The day my essay, “The Self-Thinking Thought,” appeared on the New York Times blog Happy Days, I received a letter that went thusly:
I read your blog on Anselm; quite interesting.
Your name sounds Jewish, and although you said you are Catholic, do you have Jewish ancestry?
What do you know about Rashi, the great rabbi that lived in northern France at the same time as Anselm?
We went on to have a friendly exchange in which he invited me to visit him in Israel and, further, suggested that Anselm might have learned his concept of God from Rashi, the 11th-century Jewish commentator Rabbi Shlomo Yitzhaki. I was of course suspicious—it reminded me a bit of when my grandfather came home from a class at the synagogue thinking that Kant was a Jew—but it really wouldn’t hurt me to be less ignorant of the history of Jewish thought. Despite a year of Hebrew and a few classes in college, I know painfully little about the intricacies of the faith of my father’s fathers.
Providentially, I caught word that Elie Wiesel, the Nobel Prize-winning author of Night, has a new little book called, precisely, Rashi. So I found myself a review copy and, in the last few days, got around to reading it.
From the first, I let myself fall happily into Wiesel’s nostalgic mood. He remembers the companionship of Rashi’s text in his childhood (read: before the Holocaust), his ancestor, who it seemed to him then “had been sent to earth primarily to help Jewish children overcome loneliness.” There is nothing sweeter to a scholar’s heart than the thought of little Jewish boys pouring over their ancient books, searching for meaning and a place in life through the scribbles of the sages. As I read, I began jotting notes for a future essay on the meaning of ancestry.
We then descend into a sequence of Rashi’s interpretations, from creation to Joseph. Wiesel shows, line by line, how Rashi pulls open the biblical text, expands it, and exposes it. The tendency of modern interpreters (and those in the thrall of Greek rationalism, from Origen to Hegel), when they don’t quite know what to do with a passage of scripture, is to abstract it, to look outside, and understand it in terms of a foreign logic. (For instance, how one might use evolutionary theory to claim that the six days of creation really each represented millions of years.) But, for someone like Rashi, the interpretation of a text lies in the text itself, to be found between the lines, to be summoned in imagination. One of many examples:
“So Esau returned that day on his way unto Seir.” [That’s the biblical passage.] Rashi wonders why the verb is in the singular. Because he [Esau] was alone. One after the other, the four hundred men who had been with him, deserted him.
It is a wonderful process to follow, and Wiesel delights to guide us through.
As the book goes on, however, it grows darker. Like Wiesel, Rashi lived through a tragic period for European Jews, one full of brutality and suffering at the hands of Christians. And crusades. Rashi, therefore, has reason to be unapologetic in his disdain for the goyim:
A general rule: whenever he can, Rashi chooses passages in the Midrash that can be interpreted as arguments against “the other nations.”
When interpreting biblical stories, he protects the sanctity and holiness of the Israelites whenever possible, even blaming the manufacture of the Golden Calf at Sinai on foreigners among them. Wiesel attempts to qualify:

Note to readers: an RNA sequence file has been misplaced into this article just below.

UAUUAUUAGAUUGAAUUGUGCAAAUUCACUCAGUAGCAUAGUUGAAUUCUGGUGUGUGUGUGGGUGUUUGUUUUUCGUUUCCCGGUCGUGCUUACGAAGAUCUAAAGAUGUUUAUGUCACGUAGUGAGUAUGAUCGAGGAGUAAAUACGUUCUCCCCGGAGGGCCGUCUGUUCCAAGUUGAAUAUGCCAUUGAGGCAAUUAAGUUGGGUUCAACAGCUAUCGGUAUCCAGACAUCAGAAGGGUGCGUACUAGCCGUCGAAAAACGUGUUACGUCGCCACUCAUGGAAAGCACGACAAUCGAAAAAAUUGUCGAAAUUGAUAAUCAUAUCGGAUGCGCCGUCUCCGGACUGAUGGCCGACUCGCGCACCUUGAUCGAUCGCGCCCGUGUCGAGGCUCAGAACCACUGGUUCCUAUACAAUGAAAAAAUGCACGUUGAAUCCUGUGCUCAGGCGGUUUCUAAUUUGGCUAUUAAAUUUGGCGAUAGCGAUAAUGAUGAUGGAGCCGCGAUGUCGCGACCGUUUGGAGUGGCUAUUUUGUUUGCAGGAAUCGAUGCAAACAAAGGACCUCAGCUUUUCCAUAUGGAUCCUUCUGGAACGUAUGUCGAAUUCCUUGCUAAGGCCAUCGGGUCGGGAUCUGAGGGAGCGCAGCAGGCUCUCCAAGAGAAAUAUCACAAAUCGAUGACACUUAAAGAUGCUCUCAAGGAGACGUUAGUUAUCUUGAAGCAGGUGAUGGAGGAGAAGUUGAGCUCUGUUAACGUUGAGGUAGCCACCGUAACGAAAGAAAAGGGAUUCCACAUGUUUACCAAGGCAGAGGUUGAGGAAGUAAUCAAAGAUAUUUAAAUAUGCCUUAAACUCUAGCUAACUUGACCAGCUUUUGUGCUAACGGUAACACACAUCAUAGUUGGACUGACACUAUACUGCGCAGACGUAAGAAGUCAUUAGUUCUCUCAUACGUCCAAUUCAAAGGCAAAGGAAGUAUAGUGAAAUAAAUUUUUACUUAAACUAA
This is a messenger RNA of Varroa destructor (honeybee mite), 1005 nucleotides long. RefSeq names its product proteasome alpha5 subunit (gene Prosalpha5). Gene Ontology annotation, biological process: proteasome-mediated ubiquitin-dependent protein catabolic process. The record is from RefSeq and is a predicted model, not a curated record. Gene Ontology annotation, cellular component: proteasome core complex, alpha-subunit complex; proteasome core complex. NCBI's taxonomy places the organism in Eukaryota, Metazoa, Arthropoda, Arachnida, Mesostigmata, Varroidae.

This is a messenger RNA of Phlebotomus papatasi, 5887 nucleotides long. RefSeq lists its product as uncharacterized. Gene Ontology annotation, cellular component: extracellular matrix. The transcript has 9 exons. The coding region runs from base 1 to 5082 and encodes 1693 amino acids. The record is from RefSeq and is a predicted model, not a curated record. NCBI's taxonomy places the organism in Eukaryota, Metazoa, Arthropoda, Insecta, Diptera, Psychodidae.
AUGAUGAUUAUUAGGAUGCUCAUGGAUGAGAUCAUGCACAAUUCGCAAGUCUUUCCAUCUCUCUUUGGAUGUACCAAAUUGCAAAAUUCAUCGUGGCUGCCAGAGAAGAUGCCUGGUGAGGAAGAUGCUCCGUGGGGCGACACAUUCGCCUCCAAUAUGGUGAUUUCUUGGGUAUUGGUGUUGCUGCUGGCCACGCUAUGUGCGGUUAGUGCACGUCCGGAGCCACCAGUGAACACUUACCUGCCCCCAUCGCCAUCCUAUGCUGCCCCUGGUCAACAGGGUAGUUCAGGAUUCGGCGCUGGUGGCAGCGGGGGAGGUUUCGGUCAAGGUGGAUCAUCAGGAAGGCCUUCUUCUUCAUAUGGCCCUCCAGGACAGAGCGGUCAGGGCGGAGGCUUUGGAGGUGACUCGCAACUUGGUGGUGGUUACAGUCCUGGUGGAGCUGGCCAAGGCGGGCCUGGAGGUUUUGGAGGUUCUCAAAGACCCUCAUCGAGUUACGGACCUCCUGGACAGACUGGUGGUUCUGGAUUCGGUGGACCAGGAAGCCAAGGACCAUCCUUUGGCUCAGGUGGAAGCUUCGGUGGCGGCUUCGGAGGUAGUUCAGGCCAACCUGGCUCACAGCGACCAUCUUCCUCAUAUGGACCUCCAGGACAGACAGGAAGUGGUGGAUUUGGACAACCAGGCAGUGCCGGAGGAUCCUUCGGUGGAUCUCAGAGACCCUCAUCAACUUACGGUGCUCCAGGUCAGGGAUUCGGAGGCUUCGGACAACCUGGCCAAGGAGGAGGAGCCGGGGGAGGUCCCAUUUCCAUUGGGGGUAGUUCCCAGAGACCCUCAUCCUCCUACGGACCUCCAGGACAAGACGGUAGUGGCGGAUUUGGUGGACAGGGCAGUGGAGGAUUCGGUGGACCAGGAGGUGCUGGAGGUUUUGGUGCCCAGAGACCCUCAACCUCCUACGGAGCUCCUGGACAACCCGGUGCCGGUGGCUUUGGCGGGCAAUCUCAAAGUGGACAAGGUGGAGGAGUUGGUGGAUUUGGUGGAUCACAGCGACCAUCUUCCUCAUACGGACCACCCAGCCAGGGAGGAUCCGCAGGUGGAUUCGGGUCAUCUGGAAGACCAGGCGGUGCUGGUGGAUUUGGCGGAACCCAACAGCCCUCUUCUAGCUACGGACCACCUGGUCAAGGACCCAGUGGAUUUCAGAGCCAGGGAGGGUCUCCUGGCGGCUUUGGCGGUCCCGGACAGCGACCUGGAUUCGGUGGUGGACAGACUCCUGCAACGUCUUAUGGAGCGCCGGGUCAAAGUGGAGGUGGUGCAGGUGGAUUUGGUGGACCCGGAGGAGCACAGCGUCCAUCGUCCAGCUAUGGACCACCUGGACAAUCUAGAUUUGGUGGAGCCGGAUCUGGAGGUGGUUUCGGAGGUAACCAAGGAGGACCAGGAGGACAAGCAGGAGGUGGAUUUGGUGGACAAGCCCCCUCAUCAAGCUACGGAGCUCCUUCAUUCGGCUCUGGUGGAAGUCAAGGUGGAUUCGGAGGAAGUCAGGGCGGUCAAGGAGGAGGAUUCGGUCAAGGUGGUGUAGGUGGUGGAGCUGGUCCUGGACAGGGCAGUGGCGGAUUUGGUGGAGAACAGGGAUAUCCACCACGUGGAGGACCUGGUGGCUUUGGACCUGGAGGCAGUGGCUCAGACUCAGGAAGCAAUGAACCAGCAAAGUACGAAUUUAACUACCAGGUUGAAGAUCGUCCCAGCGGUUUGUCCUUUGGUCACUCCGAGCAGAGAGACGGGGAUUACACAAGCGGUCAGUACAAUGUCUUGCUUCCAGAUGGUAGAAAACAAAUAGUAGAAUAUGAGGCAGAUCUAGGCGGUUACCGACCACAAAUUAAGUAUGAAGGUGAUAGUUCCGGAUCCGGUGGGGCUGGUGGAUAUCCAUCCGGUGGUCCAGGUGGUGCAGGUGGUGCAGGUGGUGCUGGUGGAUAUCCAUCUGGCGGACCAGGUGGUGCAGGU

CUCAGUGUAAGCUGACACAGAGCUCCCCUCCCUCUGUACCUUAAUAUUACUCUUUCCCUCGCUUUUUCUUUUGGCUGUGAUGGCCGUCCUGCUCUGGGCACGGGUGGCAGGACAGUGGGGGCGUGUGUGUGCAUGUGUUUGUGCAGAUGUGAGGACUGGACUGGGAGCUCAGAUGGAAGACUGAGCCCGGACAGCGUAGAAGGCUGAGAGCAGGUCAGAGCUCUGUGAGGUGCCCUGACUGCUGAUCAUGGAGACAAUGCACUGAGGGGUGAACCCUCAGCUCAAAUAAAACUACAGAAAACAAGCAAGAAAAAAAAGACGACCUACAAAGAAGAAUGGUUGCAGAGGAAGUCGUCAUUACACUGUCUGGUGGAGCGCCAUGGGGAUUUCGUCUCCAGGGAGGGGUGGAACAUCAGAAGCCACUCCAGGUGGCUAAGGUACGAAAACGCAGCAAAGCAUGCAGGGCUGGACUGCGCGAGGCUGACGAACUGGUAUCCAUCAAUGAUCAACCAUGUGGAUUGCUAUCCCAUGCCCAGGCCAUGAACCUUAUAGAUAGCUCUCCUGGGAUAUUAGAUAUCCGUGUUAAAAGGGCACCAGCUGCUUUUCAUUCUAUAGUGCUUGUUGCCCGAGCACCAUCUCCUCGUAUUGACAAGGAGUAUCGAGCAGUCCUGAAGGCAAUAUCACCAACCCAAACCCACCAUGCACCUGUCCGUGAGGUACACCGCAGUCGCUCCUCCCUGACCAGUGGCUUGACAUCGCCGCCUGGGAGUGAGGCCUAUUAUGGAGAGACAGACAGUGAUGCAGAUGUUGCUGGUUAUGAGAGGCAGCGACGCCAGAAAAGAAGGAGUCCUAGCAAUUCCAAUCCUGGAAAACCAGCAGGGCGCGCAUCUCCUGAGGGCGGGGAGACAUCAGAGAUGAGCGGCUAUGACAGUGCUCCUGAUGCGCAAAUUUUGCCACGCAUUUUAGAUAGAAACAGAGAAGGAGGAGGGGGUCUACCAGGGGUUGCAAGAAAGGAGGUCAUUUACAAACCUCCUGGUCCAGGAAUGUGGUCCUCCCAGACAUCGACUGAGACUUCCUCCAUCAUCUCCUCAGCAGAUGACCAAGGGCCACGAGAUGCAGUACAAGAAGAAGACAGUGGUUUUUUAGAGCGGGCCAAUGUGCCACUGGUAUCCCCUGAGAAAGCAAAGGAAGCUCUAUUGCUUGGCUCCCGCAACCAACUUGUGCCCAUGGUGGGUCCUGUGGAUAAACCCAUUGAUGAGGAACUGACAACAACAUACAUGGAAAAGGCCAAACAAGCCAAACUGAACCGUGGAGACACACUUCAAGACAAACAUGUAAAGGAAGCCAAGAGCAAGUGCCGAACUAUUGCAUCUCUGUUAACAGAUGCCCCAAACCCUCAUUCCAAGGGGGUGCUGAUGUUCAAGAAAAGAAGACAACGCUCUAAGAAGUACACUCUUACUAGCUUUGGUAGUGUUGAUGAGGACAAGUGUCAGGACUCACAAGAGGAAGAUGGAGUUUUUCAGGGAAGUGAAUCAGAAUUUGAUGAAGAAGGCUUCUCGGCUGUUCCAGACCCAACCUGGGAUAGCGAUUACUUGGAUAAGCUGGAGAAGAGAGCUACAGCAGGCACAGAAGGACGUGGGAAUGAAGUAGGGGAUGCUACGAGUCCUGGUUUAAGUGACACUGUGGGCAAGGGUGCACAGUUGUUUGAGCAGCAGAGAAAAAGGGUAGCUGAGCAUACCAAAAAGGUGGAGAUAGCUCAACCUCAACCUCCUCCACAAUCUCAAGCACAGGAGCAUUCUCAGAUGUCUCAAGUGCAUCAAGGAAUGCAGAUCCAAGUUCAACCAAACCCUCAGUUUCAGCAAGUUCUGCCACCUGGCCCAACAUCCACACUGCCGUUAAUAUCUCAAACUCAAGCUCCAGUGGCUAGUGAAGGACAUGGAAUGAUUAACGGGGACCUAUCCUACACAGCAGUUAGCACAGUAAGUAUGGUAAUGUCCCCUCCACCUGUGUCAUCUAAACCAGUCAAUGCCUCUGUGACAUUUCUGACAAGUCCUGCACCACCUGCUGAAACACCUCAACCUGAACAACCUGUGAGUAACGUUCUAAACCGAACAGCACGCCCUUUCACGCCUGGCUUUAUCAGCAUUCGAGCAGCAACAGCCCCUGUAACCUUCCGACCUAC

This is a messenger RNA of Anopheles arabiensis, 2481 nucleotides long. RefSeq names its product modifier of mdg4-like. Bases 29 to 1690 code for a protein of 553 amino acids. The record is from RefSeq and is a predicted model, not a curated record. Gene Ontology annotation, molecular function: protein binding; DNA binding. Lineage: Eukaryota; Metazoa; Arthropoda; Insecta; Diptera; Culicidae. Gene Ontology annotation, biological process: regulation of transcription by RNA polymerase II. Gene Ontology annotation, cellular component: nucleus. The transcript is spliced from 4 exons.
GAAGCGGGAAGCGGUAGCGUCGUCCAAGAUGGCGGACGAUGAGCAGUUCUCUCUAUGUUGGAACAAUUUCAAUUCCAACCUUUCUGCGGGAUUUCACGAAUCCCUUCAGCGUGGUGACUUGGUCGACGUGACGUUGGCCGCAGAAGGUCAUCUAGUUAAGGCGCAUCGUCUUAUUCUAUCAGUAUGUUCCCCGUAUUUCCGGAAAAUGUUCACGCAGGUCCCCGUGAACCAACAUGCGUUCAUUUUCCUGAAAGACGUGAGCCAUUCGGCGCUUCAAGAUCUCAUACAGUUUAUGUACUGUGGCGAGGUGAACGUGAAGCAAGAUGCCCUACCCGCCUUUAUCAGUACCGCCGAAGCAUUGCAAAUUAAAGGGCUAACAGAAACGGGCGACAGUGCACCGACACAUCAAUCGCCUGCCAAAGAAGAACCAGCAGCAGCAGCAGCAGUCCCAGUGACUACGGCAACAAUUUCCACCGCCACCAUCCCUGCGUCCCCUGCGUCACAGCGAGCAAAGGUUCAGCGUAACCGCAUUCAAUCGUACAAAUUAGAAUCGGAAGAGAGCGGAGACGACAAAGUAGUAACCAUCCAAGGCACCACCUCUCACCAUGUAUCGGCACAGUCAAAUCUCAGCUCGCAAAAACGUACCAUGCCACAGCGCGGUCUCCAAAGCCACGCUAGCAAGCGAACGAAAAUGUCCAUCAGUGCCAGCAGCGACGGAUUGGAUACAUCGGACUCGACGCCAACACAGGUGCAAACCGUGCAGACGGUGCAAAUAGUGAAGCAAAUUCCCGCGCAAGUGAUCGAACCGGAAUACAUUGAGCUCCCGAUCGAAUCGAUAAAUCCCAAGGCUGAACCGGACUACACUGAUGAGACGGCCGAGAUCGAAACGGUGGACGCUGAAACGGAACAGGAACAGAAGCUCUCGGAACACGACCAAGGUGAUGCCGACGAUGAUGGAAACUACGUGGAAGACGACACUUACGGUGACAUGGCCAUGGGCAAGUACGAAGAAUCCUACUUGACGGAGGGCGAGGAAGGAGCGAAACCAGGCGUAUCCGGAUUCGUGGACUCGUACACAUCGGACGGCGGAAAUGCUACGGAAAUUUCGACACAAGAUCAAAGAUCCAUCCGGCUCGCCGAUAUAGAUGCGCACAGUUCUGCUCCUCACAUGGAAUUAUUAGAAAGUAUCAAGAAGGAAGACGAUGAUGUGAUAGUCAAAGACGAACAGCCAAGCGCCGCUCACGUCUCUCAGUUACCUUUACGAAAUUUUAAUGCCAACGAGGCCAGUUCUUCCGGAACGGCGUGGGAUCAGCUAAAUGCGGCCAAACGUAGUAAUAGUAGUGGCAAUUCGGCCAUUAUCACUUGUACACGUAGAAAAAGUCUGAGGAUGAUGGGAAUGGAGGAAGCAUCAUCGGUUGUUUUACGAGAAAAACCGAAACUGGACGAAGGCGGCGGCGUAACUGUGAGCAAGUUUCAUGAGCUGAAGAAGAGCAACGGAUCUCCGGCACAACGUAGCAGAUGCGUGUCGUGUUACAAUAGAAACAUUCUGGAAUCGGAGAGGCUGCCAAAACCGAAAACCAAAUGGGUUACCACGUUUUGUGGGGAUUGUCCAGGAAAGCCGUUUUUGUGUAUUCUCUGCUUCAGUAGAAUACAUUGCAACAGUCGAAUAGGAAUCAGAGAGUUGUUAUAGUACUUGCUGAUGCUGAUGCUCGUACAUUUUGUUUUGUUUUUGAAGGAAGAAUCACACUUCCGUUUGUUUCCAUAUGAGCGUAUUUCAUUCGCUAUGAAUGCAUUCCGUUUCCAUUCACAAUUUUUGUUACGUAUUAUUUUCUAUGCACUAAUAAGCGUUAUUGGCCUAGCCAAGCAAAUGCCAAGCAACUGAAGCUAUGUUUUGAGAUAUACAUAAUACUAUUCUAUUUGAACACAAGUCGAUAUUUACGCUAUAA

Rashi believes, following all the Midrashic literature, that the people of Israel live and act at the center of the history of men and of nations. A feeling of superiority? No, of singularity.
He even ends by claiming Rashi for cosmopolitanism:
Furthermore, Rashi taught his disciples to engage in open discussions including polemics with the Christian world.
But of such universalism he offers scant evidence. For the horrors inflicted on Jews—and indeed on Wiesel himself—the outcome is certain knowledge of the community’s righteousness: this, I can’t help but think, is as much a delusion as that which motivated the violence that, in the first place, inspired it.
For my own part, as paternal half-Jew and accidental apostate, I cannot possibly accept the singularity, justified by suffering, of the Jewish people on whose impossible margin my bloodline lies. (Notwithstanding, “If you’re Jewish enough for Hitler,” a childhood friend used to say, “you’re Jewish enough for me.”) It is a lineage I would like to inhabit and claim for my own, but only on the terms of my marginality, even my apostasy, which implies the denial of its basic categories. Despite Wiesel’s qualification, I shudder at his acceptance of Rashi’s formula: the chosen people, rightful denizens of the Holy Land, the bearers of humanity’s divine burden. The warmth, the imagination, the scholarship, yes. But, thanks to the horrible logic of history, it is all a package deal.
Just as Rashi has only good things to say about the people Israel, Wiesel can bring himself to say nothing ungenerous about Rashi. One must admire the gesture of respect for the teacher, for the elder:
it is incumbent on a student to respect his Teacher. To avoid embarrassing him, the student should withhold questions that the Teacher might not be able to answer, and then seek a new Teacher.
That being the case, out of respect for both author and subject, I wish Nextbook and Schocken had, when publishing this slim hardcover and charging $22 for it, bothered to assemble with something more resilient than glue and perfect binding. Sewn signatures, please. When my children’s children discover the book in some dusty attic of the future, and pages fall out like autumn leaves, I can only hope they’re the ones that divide us along uninhabitable lines.